continuing the series of Charbonnel: Jesus Christ sublime figure de papier
Eucharist: Body and Blood of the People
We read about Jesus, on the eve of his death, as the eucharist or Last Supper meal, or as the ideal end-time sacrifice, that is, the sacrifice that effects not only forgiveness of sins but the communion of God and his people. The Passover feast has been reinterpreted but the changes have all come from other ideas found within the Jewish interpretations of Scriptures at the time.
In the view of Grappe and Marx (authors of Sacrifices scandaleux? quoted in the previous post) Jesus returns to the original (pre-Flood) ingredients of sacrifice, bread and wine, to function as both the sacrifice of reparation for sin and the sacrifice of the communion of God and his people (see the previous post for these two sacrifices explained). Further, these same ingredients represent the feast of the eschatological Kingdom of God. “Bread and cup become the place of the encounter with the one who gives his life” in the inauguration of God’s kingdom where both forgiveness and communion are freely offered.
In the old blood sacrifice, different parts of the animal were separated out and divided among the respective participants: offerer, priest, God. With the grain offering, on the other hand, God and priests share the same food that has been prepared the same way for both of them. So the ideal that was meant for the beginning of creation is projected to the end time. (Grappe and Marx, pp. 139-40)
We have seen this ideal from the beginning being re-instituted at the end-time in the Community Rule scroll from Qumran.
And when they shall gather for the common table, to eat and to drink new wine, when the common table shall be set for eating and the new wine poured for drinking, let no man extend his hand over the firstfruits of bread and wine before the Priest; for it is he who shall bless the firstfruits of bread and wine, and shall be the first to extend his hand over the bread. Thereafter, the Messiah of Israel shall extend his hand over the bread, and all the congregation of the Community shall utter a blessing, each man in the order of his dignity.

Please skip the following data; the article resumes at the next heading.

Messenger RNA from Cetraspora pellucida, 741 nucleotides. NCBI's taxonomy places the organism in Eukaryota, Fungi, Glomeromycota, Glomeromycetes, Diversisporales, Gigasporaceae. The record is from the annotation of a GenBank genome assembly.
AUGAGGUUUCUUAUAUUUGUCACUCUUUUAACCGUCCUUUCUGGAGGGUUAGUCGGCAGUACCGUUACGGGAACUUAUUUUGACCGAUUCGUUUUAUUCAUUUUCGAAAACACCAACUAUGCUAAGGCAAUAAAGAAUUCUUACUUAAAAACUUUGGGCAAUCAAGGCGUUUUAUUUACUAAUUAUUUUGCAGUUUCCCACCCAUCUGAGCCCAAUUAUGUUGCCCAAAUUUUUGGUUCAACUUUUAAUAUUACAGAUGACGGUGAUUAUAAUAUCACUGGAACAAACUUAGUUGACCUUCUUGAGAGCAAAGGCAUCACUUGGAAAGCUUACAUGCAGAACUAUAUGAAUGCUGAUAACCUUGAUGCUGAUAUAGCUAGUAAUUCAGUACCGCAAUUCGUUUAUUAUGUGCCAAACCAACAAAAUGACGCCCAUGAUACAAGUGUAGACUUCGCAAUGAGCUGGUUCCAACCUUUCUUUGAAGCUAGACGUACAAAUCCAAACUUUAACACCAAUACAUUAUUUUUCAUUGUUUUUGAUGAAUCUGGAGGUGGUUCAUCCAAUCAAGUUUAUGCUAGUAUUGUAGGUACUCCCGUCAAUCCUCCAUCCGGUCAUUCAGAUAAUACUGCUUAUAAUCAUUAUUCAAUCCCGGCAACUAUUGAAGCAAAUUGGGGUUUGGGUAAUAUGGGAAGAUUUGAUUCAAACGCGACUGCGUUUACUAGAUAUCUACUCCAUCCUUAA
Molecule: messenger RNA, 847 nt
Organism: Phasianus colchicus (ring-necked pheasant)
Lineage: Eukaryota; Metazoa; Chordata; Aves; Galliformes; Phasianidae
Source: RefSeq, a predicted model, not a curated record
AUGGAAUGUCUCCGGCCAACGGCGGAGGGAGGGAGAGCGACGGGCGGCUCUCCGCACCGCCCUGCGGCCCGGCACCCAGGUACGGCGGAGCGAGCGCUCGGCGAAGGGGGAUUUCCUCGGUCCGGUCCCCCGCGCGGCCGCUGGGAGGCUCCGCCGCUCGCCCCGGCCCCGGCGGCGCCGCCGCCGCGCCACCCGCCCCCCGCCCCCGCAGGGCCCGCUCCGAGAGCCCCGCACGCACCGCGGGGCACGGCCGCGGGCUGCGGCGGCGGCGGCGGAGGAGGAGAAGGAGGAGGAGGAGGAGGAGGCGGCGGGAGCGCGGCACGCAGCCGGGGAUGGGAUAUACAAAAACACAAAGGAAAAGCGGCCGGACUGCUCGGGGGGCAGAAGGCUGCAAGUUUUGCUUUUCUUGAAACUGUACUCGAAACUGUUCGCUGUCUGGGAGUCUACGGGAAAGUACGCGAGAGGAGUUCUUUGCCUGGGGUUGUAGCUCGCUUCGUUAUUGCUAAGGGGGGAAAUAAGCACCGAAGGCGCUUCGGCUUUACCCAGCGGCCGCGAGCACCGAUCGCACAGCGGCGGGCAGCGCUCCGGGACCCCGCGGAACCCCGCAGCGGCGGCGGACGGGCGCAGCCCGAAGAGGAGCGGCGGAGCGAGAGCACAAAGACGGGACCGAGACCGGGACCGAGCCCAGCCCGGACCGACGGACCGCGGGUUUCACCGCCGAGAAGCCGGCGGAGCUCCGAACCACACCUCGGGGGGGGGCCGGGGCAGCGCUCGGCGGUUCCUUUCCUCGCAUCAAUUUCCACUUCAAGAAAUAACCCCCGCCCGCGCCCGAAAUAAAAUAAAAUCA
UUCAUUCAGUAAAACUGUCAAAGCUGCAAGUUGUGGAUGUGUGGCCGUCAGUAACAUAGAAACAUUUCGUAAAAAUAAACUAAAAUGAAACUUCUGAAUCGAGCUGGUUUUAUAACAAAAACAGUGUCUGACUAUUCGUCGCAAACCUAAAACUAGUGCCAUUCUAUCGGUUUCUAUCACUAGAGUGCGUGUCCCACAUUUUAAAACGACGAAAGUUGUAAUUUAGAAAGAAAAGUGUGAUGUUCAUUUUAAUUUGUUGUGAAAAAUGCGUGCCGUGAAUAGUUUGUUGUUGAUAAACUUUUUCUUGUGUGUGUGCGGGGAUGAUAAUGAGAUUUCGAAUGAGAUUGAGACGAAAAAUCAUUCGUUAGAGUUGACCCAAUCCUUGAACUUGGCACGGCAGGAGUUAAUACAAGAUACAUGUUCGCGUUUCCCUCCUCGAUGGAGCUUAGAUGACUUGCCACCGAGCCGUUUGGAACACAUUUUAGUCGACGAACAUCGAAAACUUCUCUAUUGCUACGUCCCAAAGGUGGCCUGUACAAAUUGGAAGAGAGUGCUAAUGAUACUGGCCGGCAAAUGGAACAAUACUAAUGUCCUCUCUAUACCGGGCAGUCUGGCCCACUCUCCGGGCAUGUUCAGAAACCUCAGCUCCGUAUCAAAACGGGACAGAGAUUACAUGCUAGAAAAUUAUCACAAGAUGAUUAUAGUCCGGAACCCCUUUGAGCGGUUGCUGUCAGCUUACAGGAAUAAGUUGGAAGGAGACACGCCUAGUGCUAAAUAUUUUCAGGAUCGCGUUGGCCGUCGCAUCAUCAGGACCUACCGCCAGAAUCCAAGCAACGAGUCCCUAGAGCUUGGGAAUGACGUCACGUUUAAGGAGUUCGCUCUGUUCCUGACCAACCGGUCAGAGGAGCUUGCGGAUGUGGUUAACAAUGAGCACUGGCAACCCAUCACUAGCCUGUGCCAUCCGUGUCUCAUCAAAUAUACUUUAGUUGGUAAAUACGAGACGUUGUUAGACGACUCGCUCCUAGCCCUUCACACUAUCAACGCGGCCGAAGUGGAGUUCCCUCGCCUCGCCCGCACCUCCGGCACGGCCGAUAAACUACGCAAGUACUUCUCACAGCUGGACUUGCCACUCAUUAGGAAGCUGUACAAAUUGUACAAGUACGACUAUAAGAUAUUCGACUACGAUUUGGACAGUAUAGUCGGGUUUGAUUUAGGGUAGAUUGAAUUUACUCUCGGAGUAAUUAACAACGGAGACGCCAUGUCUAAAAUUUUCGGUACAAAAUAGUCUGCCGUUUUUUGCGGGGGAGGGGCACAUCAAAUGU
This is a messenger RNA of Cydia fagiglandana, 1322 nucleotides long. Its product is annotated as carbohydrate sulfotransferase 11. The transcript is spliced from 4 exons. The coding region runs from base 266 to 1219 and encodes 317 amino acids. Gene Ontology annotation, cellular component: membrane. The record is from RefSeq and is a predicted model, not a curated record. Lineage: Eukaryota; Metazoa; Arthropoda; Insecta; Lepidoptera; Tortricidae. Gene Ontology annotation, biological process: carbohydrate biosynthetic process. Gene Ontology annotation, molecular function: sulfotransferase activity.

It is according to this statute that they shall proceed at every meal at which at least ten men are gathered together
(1QSa 2:11-22 — Vermes, Complete Dead Sea Scrolls in English)
Variations on the Passover liturgy and meal
What we see in the gospels is not an interpretation of a historical Jesus, an interpretation that makes him a worthy sacrifice replacement for Passover. No, what we see is the reverse: the rituals and traditions relating to Passover have led to the creation of the figure of Jesus. The bread of the Passover meal and the sacrifice itself are together personified in the figure of Jesus. Here it is important to bring to our attention a custom associated with Passover that is not apparent from reading the gospels.
A Passover custom that appears to have had roots among some Jewish circles back into the Second Temple period and following is the breaking of a piece of bread and setting it aside, having wrapped it in white cloth to remain unseen, hidden, and to be eaten as the last thing of the meal. This piece of bread, the final item tasted, is called the aphikoman. This piece is said in rabbinic literature to represent Isaac, the son whom Abraham was willing to sacrifice. (For a description of this ceremony in French see the online article by R. Guyon beginning from Comment Jésus peut-il s’identifier à une matsah? – quoted by NC)